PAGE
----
Providing efficient and reliable end-host multicast services on the Internet

Providing efficient and reliable end-host multicast services on the Internet

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The fast emergence of P2P services, such as file sharing, Internet phone service, and video streaming demonstrates the potential of P2P network to deliver large files and high quality streams to a large audience. The successful commercialization of P2P audio services such as Skype illustrates the business potential of P2P services. End-host multicast is a natural protocol for P2P applications that deliver data in a one-to-many fashion. In this thesis, we present a comprehensive solution for providing efficient and reliable end-host multicast services on the Internet. Existing approaches have several drawbacks in their protocol design. First, existing approaches lack a systematic study of overlay construction. Second, existing published protocols focus on the overlay design itself without taking into account the heterogeneity of Internet hosts and network conditions. Finally, current efforts only focus on data dissemination from a single source. Supporting multi-source applications with current solutions may lead to sub-optimal performance. To address these drawbacks, we first conduct a systematic study on the effect of adding new links to an overlay and present an effective heuristic to reduce latencies between multicast group members. We then conduct empirical experiments on the Internet to collect statistics on user profiles of existing P2P systems. We discover that the prevalence of guarded hosts---hosts behind firewalls and NAT gateways---interferes with overlay construction, since guarded peers cannot accept incoming connections from other peers. Taking into account the existence of guarded hosts, we enhance our overlay improvement heuristic and develop the e* protocol to accommodate a large number of guarded hosts while achieving low average end-to-end latencies. Under realistic scenarios involving guarded hosts, e* can reduce average end-to-end latency on the overlay by 28-61% compared to existing protocols. We also improve the resiliency of overlays to membership churn, node failures, and targeted attacks. Finally, we implement our protocol and develop a video/audio multicast system that has been used to stream several workshops and conferences live online. Our experience with the deployment of our multicast tool confirms that our protocol can provide efficient and reliable overlay services on the Internet.[70] Steve S. Skiena, The Algorithm Design Manual, Springer; 1 Edition, 1998. [ 71] F. Harary, Graph Theory, Addison Wesley Publishing, 1995. [72] A. Czumaj and A. Lingas, aquot;On Approximability of the Minimum-Cost k-Connected Spanning anbsp;...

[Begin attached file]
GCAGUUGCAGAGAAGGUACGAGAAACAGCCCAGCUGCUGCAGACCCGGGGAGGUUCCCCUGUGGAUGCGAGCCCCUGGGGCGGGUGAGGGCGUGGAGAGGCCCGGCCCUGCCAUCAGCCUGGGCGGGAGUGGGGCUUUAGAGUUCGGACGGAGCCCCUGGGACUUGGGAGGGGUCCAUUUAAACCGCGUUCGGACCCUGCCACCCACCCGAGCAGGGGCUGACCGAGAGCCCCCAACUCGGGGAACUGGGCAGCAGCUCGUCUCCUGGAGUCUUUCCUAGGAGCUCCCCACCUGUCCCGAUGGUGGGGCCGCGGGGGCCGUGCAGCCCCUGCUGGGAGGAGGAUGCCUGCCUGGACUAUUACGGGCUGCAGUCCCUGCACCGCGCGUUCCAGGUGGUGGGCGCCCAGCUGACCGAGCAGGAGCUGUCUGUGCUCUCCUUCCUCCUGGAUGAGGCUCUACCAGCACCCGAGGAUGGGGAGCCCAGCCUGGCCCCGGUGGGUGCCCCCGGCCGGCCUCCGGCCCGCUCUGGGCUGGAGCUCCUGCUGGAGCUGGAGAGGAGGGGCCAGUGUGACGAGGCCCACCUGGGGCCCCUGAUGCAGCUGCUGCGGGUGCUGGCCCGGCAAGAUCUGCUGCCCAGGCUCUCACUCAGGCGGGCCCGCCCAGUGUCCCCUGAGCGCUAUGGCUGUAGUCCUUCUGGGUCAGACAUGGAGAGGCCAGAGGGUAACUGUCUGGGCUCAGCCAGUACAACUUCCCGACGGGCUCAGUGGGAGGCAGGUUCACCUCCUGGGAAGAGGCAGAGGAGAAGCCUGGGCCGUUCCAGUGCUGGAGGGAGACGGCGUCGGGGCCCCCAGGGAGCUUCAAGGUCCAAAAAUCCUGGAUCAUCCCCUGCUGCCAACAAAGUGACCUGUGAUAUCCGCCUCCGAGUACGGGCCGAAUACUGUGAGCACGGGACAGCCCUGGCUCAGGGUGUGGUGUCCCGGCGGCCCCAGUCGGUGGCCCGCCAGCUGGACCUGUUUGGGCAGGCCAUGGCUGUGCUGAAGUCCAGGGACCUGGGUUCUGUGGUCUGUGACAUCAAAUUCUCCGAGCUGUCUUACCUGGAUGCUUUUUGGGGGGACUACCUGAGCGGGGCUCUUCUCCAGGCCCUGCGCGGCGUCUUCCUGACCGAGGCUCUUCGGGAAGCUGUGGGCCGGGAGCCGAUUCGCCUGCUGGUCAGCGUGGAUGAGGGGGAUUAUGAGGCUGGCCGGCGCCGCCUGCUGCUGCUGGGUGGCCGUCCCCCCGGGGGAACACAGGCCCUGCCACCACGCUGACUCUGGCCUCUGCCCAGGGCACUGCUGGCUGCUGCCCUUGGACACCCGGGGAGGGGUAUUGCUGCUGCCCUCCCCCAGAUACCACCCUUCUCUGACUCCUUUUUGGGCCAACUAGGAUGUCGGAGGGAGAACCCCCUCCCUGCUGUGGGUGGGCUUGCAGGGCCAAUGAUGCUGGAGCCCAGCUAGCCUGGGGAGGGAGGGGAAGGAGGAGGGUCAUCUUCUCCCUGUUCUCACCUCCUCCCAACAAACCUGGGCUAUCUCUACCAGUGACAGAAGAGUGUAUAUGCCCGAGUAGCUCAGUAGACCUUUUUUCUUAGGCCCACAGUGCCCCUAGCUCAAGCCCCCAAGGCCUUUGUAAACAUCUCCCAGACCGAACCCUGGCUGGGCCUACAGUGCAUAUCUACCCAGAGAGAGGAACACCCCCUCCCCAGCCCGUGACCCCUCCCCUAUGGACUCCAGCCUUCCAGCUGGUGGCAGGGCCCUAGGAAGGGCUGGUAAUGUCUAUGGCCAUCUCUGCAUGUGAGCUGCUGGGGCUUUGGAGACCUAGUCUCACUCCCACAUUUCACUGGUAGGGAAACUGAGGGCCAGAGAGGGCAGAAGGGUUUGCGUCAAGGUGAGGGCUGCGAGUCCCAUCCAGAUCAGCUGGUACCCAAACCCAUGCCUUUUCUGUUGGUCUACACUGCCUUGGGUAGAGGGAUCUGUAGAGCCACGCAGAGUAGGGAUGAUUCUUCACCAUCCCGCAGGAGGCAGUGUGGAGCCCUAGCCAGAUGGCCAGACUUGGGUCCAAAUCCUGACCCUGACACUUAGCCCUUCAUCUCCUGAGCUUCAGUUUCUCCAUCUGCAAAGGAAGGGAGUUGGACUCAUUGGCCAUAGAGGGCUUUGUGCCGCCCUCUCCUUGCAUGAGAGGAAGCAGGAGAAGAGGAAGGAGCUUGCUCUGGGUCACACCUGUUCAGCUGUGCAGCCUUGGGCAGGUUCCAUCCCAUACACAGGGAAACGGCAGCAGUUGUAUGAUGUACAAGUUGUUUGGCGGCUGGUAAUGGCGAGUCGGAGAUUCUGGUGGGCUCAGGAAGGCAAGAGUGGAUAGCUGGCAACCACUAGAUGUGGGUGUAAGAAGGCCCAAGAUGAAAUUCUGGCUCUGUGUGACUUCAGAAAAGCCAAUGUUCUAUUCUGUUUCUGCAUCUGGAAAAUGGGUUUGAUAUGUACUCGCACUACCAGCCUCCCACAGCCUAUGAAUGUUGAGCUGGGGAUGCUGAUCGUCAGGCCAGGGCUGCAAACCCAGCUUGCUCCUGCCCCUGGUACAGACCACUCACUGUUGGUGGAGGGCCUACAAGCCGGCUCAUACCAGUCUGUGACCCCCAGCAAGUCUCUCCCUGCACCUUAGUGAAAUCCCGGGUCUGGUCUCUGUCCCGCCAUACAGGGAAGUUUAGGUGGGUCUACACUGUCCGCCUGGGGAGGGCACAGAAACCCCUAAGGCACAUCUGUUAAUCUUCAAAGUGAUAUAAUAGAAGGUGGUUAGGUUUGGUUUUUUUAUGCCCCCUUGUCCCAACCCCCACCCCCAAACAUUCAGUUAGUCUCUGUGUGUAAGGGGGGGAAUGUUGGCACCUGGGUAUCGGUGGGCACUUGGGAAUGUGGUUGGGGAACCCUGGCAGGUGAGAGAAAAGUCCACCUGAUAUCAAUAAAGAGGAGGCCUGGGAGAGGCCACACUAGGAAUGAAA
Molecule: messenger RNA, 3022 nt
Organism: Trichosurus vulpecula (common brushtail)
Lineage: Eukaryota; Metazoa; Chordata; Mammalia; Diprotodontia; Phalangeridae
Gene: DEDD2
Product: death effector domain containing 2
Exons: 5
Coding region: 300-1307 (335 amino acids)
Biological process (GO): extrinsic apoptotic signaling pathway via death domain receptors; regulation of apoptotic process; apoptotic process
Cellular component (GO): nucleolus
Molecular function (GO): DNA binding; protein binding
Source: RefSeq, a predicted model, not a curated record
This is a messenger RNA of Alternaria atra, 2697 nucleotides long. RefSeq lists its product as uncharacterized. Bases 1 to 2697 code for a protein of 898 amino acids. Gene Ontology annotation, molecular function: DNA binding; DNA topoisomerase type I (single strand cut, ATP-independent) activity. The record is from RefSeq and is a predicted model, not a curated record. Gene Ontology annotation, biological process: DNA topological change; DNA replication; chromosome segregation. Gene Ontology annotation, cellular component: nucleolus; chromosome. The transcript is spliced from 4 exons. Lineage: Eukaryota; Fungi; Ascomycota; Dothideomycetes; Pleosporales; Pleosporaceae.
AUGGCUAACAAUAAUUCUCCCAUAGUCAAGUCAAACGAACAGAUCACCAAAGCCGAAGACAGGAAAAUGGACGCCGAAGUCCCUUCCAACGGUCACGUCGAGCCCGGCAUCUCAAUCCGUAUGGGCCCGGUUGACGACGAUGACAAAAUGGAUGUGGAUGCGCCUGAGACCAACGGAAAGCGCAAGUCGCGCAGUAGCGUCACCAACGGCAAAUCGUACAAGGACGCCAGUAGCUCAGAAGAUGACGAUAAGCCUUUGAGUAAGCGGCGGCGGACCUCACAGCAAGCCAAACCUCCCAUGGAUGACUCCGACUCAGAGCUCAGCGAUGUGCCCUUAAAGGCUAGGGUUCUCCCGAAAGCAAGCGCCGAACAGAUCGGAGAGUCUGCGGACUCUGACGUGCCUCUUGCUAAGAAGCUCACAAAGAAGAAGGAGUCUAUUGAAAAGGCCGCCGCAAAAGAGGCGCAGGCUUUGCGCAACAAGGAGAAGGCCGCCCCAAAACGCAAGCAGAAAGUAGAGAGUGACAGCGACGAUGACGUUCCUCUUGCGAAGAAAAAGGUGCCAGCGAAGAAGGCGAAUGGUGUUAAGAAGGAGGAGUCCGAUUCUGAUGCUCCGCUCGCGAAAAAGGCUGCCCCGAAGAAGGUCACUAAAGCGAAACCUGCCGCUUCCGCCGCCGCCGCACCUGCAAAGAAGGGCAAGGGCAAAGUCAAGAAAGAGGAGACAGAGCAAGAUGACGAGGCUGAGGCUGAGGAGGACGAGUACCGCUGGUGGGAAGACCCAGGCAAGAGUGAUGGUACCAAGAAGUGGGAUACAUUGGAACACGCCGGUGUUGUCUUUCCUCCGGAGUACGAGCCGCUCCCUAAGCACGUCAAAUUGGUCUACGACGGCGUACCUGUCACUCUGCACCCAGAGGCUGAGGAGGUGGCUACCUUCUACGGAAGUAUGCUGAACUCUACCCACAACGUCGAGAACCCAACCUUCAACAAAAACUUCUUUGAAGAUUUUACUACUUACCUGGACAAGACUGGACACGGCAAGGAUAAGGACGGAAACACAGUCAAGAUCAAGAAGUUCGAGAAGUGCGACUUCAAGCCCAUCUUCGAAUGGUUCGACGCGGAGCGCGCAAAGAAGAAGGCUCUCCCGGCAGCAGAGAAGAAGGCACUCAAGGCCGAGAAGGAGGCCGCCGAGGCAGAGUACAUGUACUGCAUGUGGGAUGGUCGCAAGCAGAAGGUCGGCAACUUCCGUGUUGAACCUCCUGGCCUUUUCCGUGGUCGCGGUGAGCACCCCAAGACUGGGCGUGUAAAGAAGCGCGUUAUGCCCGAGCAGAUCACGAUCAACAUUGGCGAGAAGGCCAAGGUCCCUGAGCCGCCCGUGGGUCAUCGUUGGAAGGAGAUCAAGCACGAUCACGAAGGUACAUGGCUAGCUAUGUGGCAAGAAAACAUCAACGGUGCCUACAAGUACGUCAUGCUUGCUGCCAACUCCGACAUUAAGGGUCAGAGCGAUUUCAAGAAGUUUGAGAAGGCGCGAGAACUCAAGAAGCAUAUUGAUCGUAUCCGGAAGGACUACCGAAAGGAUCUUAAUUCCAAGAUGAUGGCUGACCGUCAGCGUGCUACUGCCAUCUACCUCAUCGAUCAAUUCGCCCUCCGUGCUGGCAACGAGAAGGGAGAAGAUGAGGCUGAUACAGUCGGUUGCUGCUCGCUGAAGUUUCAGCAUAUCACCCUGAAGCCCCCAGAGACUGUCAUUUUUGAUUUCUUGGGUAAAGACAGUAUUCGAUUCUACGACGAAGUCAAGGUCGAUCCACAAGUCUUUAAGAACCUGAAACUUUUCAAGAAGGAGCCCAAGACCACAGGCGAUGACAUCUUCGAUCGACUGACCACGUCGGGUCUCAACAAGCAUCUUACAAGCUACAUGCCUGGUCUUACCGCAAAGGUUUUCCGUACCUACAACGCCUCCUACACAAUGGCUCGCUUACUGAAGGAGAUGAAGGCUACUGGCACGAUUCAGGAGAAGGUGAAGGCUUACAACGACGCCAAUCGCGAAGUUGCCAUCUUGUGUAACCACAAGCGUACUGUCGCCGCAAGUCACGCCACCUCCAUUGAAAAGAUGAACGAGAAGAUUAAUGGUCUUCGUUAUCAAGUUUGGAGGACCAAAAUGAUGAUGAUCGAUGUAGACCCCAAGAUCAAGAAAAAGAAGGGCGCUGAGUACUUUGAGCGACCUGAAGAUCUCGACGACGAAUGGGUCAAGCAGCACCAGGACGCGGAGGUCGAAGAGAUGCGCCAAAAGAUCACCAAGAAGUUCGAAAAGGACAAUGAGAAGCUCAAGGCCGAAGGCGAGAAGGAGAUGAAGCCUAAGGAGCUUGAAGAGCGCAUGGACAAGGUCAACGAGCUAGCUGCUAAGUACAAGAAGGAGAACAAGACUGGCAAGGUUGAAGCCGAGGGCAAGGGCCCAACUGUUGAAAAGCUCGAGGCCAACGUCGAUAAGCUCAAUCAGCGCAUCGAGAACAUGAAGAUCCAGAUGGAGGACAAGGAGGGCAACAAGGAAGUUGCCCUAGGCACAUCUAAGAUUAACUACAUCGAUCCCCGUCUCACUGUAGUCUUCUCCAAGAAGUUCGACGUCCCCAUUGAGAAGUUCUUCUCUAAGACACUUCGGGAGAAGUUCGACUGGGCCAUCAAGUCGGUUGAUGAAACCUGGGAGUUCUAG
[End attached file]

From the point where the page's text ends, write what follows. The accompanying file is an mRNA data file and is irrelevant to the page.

Title:Providing efficient and reliable end-host multicast services on the Internet
Author: Wenjie Wang, University of Michigan
Publisher: - 2006

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